Gonzalez De Dios, O., "YANG Data Model for Traffic 
             Engineering (TE) Topologies", RFC8795, August 2020.  

    

11.2.  Informative References 

   [RFC3471] Berger, L., Ed., "Generalized Multi-Protocol Label 
             Switching (GMPLS) Signaling Functional Description", RFC 
             3471, January 2003. 

   [RFC4202] Kompella, K., Ed. and Y. Rekhter, Ed., "Routing Extensions 
             in Support of Generalized Multi-Protocol Label Switching 
             (GMPLS)", RFC 4202, October 2005. 

   [RFC4204] Lang, J., Ed., "Link Management Protocol (LMP)", RFC 4204, 
             October 2005. 

   [RFC4426] Lang, J., Ed., Rajagopalan, B., Ed., and D. Papadimitriou, 
             Ed., "Generalized Multi-Protocol Label witching (GMPLS) 
             Recovery Functional Specification", RFC 4426, March 2006. 

   [RFC5150] Ayyangar, A., Kompella, K., Vasseur, J.P., Farrel, A., 
             "Label Switched Path Stitching with Generalized 
             Multiprotocol Label Switching Traffic Engineering (GMPLS 
             TE)", RFC 5150, February, 2008.  

 
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Internet-Draft        GMPLS and Controller Interwork        March 2022 

   [RFC5212] Shiomoto K., Papadimitriou D., Le Roux JL., Vigoureux M. 
             and Brungard D., "Requirements for GMPLS-Based Multi-
             Region and Multi-Layer Networks (MRN/MLN)", RFC 5212, July 
             2008. 

   [RFC5623] Oki E., Takeda T., Le Roux JL. and Farrel A., "Framework 
             for PCE-Based Inter-Layer MPLS and GMPLS Traffic 
             Engineering", RFC 5623, September 2009.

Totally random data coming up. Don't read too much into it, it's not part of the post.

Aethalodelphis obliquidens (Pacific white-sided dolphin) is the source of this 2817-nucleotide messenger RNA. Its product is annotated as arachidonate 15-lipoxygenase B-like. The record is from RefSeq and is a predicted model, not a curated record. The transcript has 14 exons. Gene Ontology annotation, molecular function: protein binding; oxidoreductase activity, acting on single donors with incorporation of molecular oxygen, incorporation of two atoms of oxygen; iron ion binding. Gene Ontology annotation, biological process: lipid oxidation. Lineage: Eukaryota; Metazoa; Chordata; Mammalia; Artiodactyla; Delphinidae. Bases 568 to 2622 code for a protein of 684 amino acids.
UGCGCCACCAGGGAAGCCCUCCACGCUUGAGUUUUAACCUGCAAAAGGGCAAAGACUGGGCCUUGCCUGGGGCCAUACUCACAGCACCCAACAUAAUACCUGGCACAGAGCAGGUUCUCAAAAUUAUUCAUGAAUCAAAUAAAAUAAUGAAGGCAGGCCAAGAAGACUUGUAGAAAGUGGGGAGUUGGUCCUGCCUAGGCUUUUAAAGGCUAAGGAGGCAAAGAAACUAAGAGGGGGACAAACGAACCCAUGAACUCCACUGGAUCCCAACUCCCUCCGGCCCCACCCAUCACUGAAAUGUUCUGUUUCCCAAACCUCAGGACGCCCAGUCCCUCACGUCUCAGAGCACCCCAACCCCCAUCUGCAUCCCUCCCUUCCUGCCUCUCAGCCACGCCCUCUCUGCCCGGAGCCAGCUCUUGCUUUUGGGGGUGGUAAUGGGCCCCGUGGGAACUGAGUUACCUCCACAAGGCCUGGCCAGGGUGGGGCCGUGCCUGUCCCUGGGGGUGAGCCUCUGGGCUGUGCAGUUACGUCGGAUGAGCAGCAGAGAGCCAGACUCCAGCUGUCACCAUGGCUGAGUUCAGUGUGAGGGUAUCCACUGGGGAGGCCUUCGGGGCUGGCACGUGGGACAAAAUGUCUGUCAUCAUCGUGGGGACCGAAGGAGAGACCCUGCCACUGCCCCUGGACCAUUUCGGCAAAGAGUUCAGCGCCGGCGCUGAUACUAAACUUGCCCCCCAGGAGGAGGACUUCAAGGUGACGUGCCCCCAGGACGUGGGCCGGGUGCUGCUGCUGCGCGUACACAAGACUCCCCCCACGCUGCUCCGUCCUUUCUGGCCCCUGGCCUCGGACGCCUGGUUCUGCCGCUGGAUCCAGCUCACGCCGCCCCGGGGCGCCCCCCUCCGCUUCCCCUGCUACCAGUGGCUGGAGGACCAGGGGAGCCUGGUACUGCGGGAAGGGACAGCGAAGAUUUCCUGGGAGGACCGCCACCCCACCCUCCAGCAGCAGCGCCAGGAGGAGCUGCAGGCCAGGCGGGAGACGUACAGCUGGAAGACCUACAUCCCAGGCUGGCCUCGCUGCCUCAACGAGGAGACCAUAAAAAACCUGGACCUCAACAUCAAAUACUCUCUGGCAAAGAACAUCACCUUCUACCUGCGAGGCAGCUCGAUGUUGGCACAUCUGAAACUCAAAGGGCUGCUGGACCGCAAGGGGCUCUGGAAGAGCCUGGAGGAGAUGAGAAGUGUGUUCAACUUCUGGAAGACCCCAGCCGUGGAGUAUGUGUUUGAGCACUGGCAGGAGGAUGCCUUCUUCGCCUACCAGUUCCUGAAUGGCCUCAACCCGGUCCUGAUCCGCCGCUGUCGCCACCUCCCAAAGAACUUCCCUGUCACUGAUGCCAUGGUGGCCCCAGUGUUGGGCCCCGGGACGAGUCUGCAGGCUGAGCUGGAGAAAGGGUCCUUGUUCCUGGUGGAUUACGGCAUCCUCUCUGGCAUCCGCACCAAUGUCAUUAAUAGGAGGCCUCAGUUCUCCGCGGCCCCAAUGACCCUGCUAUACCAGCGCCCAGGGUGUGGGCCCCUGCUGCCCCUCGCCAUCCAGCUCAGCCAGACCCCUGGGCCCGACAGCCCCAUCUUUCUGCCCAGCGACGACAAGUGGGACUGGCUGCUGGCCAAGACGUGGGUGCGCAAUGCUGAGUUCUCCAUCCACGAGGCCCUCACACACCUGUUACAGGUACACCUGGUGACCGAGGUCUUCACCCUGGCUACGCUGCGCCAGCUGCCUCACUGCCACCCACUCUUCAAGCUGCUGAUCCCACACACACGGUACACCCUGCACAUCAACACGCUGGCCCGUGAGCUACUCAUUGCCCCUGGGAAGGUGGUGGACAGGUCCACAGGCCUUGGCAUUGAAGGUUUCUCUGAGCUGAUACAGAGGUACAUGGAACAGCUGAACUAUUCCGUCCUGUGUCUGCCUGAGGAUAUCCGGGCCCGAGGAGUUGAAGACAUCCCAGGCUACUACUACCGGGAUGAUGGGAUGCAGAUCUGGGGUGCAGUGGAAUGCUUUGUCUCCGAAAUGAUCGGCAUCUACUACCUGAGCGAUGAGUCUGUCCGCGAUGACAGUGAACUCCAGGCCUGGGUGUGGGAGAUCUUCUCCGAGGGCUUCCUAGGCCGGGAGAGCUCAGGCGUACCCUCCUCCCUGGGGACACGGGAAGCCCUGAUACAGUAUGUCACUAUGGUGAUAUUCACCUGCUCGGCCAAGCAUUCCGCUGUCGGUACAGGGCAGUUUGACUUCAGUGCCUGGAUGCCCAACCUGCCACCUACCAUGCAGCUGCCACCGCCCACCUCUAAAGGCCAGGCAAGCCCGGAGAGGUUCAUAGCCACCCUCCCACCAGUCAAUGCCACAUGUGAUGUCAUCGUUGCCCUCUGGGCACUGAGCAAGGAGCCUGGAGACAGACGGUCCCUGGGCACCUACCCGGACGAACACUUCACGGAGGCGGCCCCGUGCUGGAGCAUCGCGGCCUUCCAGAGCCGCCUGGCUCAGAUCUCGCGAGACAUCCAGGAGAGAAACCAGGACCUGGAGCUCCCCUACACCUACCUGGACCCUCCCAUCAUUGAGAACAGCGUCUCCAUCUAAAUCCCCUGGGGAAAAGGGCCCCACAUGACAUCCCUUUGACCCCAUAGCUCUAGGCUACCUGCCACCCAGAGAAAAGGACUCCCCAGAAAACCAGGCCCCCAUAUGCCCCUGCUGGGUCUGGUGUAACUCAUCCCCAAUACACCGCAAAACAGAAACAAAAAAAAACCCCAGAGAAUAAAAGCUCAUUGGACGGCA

[RFC7138] Ceccarelli, D., Ed., Zhang, F., Belotti, S., Rao, R., and 
             J. Drake, "Traffic Engineering Extensions to OSPF for 
             GMPLS Control of Evolving G.709 Optical Transport 
             Networks", RFC 7138, March 2014. 

   [RFC7139] Zhang, F., Ed., Zhang, G., Belotti, S., Ceccarelli, D., 
             and K. Pithewan, "GMPLS Signaling Extensions for Control 
             of Evolving G.709 Optical Transport Networks", RFC 7139, 
             March 2014. 

   [RFC7688] Lee, Y., Ed. and G. Bernstein, Ed., "GMPLS OSPF 
             Enhancement for Signal and Network Element Compatibility 
             for Wavelength Switched Optical Networks", RFC 7688, 
             November 2015. 

   [RFC7689] Bernstein, G., Ed., Xu, S., Lee, Y., Ed., Martinelli, G., 
             and H. Harai, "Signaling Extensions for Wavelength 
             Switched Optical Networks", RFC 7689, November 2015. 

   [RFC7792] Zhang, F., Zhang, X., Farrel, A., Gonzalez de Dios, O., 
             and D. Ceccarelli, "RSVP-TE Signaling Extensions in 
             Support of Flexi-Grid Dense Wavelength Division 
             Multiplexing (DWDM) Networks", RFC 7792, March 2016.